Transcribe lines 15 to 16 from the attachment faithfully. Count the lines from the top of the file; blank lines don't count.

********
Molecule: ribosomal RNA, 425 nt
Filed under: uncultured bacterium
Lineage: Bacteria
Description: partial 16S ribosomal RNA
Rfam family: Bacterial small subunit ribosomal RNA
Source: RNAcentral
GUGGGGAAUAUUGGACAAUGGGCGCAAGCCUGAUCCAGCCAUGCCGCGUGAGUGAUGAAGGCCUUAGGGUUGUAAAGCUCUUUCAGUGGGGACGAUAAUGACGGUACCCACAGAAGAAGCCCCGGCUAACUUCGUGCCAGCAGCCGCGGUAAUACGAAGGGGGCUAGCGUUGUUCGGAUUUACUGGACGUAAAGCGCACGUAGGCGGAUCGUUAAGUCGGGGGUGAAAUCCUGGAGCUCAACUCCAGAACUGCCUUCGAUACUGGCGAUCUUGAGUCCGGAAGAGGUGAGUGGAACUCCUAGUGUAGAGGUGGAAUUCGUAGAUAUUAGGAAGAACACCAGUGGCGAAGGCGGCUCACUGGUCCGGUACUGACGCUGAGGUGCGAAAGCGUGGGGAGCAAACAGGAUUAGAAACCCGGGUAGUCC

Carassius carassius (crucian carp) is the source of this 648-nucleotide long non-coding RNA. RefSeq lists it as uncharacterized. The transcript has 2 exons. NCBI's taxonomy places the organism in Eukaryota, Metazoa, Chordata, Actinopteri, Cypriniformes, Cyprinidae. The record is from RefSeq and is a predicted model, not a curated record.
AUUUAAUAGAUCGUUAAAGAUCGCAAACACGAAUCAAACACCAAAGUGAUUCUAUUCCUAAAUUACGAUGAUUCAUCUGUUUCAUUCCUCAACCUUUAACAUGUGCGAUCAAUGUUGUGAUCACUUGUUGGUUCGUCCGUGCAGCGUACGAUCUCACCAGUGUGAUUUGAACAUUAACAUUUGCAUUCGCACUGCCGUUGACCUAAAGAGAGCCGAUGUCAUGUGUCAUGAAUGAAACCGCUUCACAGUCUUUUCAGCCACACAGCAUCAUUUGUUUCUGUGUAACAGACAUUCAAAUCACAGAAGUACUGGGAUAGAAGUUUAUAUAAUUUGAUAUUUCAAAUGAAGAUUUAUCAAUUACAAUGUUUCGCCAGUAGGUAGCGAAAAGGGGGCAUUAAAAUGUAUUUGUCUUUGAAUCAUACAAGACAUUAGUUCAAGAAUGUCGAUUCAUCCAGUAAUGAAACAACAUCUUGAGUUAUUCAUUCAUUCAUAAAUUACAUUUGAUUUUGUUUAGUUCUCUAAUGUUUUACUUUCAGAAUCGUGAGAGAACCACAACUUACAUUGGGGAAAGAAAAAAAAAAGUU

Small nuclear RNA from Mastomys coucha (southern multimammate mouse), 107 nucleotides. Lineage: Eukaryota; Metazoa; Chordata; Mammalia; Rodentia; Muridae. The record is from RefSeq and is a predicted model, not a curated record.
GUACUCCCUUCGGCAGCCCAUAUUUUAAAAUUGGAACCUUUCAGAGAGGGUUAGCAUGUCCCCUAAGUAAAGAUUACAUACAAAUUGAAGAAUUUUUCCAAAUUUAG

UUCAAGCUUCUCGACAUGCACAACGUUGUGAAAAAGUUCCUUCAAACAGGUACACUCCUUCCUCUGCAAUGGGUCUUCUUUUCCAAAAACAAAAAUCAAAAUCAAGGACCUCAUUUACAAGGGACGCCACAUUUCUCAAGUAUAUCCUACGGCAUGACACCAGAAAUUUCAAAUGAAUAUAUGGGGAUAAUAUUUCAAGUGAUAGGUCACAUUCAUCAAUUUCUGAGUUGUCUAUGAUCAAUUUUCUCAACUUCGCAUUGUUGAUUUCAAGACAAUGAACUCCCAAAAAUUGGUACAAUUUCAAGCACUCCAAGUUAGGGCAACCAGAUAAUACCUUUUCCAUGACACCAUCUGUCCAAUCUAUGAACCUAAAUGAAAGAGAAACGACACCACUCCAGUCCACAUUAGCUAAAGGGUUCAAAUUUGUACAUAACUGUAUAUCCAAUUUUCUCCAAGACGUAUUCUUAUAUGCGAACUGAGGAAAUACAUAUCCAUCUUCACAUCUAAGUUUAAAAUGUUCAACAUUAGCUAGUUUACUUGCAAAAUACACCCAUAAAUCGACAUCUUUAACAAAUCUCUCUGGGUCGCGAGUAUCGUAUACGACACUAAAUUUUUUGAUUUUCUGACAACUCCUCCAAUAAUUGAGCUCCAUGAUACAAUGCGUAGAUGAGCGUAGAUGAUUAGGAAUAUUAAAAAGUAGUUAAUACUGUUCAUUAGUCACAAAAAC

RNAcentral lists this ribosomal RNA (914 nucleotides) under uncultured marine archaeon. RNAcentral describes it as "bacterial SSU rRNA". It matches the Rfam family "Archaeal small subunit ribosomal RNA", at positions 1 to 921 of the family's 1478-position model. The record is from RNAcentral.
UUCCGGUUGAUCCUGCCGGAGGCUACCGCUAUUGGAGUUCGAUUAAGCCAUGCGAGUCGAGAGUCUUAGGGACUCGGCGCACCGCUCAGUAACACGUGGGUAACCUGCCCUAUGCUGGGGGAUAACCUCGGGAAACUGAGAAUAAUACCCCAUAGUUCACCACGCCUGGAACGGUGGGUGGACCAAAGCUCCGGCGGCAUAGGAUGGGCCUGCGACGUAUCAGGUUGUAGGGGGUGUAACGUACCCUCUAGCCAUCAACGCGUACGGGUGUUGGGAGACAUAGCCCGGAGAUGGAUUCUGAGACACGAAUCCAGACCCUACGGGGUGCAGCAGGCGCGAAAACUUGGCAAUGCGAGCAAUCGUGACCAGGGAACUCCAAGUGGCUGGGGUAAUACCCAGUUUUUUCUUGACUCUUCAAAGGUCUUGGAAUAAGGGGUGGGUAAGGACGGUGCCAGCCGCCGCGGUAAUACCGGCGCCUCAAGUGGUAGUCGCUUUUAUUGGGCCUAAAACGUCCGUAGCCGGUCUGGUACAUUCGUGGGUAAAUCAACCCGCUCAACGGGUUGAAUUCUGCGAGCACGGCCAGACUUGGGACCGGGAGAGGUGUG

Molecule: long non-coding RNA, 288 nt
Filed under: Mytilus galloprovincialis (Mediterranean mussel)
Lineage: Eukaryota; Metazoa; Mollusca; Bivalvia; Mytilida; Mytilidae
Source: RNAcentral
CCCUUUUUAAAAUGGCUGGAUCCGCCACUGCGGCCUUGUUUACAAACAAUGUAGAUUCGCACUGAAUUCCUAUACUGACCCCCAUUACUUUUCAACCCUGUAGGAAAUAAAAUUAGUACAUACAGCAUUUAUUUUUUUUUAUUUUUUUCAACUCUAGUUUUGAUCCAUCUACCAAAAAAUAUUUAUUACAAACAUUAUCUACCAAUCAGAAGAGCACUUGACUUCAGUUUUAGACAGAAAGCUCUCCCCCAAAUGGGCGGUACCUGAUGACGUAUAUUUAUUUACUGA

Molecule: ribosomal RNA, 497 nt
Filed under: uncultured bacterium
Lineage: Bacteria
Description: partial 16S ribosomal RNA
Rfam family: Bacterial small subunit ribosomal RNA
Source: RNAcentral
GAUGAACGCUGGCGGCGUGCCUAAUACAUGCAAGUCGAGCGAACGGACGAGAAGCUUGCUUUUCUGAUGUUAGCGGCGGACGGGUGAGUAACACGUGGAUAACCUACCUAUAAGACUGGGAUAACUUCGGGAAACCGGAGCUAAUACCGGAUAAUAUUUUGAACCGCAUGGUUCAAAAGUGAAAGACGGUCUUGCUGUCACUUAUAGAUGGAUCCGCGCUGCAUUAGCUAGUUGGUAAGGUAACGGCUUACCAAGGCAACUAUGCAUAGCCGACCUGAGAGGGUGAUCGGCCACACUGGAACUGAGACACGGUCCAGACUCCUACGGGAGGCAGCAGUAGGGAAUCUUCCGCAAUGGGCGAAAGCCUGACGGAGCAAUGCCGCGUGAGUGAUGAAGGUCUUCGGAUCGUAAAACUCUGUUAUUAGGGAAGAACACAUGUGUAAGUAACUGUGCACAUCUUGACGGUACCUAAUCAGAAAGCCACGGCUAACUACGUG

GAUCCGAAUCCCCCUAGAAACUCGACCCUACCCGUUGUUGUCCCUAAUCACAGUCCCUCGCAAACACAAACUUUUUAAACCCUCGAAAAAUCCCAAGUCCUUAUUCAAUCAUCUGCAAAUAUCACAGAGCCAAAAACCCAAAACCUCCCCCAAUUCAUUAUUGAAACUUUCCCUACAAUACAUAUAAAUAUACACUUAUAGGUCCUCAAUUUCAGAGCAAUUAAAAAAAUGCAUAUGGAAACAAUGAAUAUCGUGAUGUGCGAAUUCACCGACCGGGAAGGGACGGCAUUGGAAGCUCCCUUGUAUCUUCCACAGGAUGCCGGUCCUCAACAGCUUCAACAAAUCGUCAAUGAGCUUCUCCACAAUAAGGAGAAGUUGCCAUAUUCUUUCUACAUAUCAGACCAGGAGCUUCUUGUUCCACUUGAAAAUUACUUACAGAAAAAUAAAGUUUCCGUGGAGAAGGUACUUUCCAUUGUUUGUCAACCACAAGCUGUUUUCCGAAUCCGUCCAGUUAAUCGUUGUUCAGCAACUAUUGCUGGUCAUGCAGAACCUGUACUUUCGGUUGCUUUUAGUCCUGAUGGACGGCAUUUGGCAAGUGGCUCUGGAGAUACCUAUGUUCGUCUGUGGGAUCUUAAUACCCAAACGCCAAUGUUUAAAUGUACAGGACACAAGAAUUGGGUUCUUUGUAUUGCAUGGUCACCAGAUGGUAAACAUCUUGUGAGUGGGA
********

Molecule: long non-coding RNA, 288 nt
Filed under: Mytilus galloprovincialis (Mediterranean mussel)